I’m posting this here, because my original thread was deleted by the KST forum moderators, who seemingly think that keeping us quiet through censorship is a viable approach to paying customers. To say I’m upset is putting it too mildly…

        The thread is live for the time being and will be re-posted each and every time it is deleted, until my concerns are addressed or they finally close me out of the loop by banning me from the forums.

        “This is the second time I’m posting this thread, as somebody thought it best to censor the original…

        The announcement of the elimination of the KEI and Competition metrics from the tool is a huge fail from the people who bring us the KST, and that’s putting it mildly.

        How are we supposed to evaluate keyword groupings now? What criteria would we possibly glean from the rest of the columns?

        This tool is now just a glorified interlinking plugin, that is severely overpriced. The only premium thing about the plugin now is the fee (thank God I’m grandfathered in). It appears you’ve got me by the proverbial short-hairs, as I use the tool to interlink at least 7 sites. Cancelling the subscription only compounds the headaches associated with starting over!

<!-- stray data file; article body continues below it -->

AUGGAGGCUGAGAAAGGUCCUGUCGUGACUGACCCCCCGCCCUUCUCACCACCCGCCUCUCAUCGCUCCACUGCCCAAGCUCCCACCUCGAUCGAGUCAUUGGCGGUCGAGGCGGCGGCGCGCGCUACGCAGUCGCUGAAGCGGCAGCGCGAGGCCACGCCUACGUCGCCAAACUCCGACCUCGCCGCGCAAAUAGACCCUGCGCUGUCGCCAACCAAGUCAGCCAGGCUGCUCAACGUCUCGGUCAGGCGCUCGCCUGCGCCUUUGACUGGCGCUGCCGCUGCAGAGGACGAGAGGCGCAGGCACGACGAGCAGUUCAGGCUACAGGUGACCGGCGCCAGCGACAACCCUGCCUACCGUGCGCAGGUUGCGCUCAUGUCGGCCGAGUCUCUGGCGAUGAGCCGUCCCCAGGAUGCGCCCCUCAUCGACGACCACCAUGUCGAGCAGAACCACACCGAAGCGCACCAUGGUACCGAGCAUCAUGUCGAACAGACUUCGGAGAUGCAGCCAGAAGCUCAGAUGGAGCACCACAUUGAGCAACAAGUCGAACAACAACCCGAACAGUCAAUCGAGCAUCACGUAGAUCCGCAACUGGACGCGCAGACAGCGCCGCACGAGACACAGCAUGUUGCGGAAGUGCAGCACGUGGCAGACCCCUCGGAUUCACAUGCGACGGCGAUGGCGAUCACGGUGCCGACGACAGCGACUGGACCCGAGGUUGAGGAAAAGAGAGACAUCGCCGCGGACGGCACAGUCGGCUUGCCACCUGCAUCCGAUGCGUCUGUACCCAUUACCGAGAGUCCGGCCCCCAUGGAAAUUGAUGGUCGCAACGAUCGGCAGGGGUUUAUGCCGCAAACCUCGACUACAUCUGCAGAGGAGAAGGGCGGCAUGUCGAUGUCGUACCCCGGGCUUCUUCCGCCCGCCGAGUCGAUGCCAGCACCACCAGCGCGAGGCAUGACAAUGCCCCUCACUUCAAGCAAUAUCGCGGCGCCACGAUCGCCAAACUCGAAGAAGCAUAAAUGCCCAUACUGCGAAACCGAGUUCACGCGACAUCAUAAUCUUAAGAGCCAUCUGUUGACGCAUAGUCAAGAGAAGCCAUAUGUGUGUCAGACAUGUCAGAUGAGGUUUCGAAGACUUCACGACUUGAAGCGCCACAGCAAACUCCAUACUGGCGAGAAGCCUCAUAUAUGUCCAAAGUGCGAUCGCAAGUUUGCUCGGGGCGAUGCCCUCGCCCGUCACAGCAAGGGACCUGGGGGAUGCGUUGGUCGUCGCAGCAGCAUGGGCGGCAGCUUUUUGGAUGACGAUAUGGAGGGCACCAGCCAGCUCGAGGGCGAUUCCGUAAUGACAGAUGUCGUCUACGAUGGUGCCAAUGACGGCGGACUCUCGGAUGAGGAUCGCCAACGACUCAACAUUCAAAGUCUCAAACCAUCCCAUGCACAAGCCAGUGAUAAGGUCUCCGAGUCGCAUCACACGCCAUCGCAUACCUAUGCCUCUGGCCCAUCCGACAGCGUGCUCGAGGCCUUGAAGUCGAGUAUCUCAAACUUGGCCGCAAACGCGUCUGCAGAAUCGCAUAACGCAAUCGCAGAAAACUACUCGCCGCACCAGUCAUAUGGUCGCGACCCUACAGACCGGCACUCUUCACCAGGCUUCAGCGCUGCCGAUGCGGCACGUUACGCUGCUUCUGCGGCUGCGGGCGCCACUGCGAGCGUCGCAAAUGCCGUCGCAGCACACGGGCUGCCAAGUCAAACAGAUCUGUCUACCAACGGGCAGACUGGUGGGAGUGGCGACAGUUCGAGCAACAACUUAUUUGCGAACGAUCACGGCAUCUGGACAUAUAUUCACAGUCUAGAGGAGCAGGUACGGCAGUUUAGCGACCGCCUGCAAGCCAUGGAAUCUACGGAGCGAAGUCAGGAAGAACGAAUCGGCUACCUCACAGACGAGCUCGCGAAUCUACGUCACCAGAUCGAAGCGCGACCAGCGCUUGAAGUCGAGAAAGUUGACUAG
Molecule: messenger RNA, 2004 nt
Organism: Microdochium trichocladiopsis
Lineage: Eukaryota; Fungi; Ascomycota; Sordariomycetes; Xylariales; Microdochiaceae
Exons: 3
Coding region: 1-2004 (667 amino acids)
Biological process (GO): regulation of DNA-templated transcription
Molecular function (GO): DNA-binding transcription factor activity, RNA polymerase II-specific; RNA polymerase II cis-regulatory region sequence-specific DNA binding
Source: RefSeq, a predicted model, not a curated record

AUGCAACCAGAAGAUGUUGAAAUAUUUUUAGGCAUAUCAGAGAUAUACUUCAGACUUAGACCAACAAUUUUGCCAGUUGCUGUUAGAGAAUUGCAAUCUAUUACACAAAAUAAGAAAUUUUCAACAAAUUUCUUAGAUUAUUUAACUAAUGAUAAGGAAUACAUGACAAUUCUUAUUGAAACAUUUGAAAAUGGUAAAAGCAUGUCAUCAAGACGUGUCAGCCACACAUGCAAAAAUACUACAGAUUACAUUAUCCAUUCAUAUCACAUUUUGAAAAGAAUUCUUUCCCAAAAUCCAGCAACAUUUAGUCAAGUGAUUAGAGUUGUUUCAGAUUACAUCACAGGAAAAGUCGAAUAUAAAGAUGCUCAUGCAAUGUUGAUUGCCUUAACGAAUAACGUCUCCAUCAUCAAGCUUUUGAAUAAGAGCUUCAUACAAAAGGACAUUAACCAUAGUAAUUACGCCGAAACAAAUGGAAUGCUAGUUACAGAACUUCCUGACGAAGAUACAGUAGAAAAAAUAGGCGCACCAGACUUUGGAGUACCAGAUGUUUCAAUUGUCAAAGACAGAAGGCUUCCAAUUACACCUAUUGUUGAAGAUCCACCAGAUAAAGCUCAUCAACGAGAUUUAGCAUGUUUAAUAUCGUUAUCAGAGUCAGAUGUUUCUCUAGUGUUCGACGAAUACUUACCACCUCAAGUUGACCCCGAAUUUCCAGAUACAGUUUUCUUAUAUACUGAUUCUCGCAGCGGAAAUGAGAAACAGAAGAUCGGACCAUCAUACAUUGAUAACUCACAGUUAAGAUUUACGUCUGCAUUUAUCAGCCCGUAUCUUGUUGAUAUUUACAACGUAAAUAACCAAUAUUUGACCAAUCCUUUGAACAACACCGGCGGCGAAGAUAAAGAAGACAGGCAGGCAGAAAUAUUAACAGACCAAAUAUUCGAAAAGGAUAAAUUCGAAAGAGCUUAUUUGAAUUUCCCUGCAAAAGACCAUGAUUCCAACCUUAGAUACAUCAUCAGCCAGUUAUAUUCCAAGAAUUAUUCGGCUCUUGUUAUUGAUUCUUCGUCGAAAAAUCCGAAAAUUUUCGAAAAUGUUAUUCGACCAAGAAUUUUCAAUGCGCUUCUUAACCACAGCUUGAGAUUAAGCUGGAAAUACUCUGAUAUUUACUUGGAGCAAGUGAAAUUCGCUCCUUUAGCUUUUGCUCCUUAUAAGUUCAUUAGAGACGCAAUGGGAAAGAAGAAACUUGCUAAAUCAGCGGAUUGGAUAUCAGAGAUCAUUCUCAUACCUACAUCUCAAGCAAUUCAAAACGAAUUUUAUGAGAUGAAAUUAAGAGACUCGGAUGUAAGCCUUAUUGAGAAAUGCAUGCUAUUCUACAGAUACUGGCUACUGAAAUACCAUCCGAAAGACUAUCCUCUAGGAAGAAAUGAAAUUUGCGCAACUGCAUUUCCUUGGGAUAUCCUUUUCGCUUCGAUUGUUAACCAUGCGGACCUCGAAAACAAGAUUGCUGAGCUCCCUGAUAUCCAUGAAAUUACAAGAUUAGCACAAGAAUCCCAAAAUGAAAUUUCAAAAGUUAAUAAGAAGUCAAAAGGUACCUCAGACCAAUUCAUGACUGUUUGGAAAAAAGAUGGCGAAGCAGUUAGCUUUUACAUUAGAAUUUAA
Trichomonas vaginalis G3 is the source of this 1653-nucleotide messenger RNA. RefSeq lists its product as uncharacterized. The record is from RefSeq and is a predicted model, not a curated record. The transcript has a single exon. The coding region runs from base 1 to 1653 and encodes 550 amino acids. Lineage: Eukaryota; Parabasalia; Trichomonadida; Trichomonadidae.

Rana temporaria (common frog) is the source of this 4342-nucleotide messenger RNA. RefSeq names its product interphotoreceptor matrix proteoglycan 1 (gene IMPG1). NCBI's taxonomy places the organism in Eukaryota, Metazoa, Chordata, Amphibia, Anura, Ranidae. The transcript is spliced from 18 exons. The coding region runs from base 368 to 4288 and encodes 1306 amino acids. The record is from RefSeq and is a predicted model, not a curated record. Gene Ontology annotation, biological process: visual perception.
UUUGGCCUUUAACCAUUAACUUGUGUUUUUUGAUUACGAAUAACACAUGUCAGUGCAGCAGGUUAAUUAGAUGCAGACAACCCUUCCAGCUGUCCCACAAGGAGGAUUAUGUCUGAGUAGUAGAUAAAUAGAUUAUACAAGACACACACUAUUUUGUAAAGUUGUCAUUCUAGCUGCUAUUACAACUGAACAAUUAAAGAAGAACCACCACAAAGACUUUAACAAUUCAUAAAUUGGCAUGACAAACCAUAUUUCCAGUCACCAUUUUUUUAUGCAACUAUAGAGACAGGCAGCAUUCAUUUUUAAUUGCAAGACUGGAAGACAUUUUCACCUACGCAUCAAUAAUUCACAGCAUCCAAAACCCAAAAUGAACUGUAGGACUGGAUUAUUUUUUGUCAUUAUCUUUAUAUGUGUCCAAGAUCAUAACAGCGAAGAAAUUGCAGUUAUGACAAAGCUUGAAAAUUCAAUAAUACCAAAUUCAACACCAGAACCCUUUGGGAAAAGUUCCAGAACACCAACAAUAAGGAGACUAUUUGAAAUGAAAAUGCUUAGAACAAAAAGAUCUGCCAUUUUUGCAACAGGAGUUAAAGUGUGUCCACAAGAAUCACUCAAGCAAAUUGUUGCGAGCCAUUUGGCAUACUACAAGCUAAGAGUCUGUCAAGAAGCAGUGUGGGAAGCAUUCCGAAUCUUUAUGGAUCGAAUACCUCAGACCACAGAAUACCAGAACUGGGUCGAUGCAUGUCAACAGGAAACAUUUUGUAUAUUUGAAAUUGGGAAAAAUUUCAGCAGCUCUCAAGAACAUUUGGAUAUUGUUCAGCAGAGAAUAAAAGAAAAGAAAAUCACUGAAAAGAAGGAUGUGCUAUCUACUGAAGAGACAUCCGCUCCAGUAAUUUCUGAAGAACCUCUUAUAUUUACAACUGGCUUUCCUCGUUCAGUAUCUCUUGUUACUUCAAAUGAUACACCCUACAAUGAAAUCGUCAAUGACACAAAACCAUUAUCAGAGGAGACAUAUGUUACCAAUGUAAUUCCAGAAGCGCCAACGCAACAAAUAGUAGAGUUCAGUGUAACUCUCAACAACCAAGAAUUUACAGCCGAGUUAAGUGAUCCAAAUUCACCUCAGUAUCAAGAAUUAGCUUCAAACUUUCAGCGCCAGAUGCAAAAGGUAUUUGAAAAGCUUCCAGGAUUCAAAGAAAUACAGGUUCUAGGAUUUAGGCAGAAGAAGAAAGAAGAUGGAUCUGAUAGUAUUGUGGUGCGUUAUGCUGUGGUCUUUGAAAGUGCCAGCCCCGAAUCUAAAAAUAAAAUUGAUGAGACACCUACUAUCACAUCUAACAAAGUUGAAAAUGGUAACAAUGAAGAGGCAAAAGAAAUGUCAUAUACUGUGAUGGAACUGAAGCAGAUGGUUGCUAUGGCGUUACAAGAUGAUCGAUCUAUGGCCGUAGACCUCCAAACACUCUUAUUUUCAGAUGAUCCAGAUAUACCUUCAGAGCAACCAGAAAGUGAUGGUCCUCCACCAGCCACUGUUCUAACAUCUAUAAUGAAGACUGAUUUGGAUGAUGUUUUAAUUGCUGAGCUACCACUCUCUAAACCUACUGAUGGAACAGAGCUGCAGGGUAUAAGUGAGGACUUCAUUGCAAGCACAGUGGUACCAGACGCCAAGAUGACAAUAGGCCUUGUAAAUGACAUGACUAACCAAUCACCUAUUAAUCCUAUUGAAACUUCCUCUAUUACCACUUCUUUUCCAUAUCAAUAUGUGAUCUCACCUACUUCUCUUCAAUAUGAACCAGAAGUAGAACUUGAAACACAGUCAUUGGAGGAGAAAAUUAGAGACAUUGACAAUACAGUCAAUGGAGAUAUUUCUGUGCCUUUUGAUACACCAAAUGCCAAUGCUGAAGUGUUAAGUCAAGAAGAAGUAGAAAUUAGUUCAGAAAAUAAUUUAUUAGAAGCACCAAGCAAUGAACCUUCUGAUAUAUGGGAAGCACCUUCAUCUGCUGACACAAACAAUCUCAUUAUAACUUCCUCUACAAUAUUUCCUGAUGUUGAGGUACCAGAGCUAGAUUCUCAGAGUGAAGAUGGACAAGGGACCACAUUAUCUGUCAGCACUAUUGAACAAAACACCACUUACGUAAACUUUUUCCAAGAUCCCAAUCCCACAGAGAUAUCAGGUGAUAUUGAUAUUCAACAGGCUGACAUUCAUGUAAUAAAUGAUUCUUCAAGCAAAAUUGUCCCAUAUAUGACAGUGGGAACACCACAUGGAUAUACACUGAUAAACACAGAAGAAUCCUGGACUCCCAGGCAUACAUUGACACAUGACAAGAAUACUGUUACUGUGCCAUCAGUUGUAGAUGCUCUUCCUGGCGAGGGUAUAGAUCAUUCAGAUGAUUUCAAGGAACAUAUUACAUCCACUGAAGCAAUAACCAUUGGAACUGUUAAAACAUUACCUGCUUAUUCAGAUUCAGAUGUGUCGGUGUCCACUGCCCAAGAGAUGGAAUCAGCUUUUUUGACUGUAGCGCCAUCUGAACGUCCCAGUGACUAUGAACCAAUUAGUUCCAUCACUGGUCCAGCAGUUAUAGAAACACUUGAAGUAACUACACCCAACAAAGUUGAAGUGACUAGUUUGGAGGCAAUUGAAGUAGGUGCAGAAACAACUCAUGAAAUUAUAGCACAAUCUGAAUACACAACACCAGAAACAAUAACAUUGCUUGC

What plans are there to make up the difference, or to bolster the tool to give it the functionality to match the price-tag?

        The people wanna know | Do not delete this thread!”

        • hospitalera

          Actually your post was merged into this thread v, so not censored completely ๐Ÿ˜‰ Seems I need to blog about how to ‘transfer’ your internal linking from KST to a free tool and how to track your rankings / do your keyword research from now on. To say that I am disappointed with Fraser and this development is an understatement. Sorry to everybody that recommended to Keyword Strategy!

  • Bizz

    For now, the thread is live and I encourage participation, as this is the only way to lend credibility to the voice…

  • As Sy said, I didn’t delete the thread, I merged it. All that info is still there, I just want to avoid keeping track of a bunch of threads.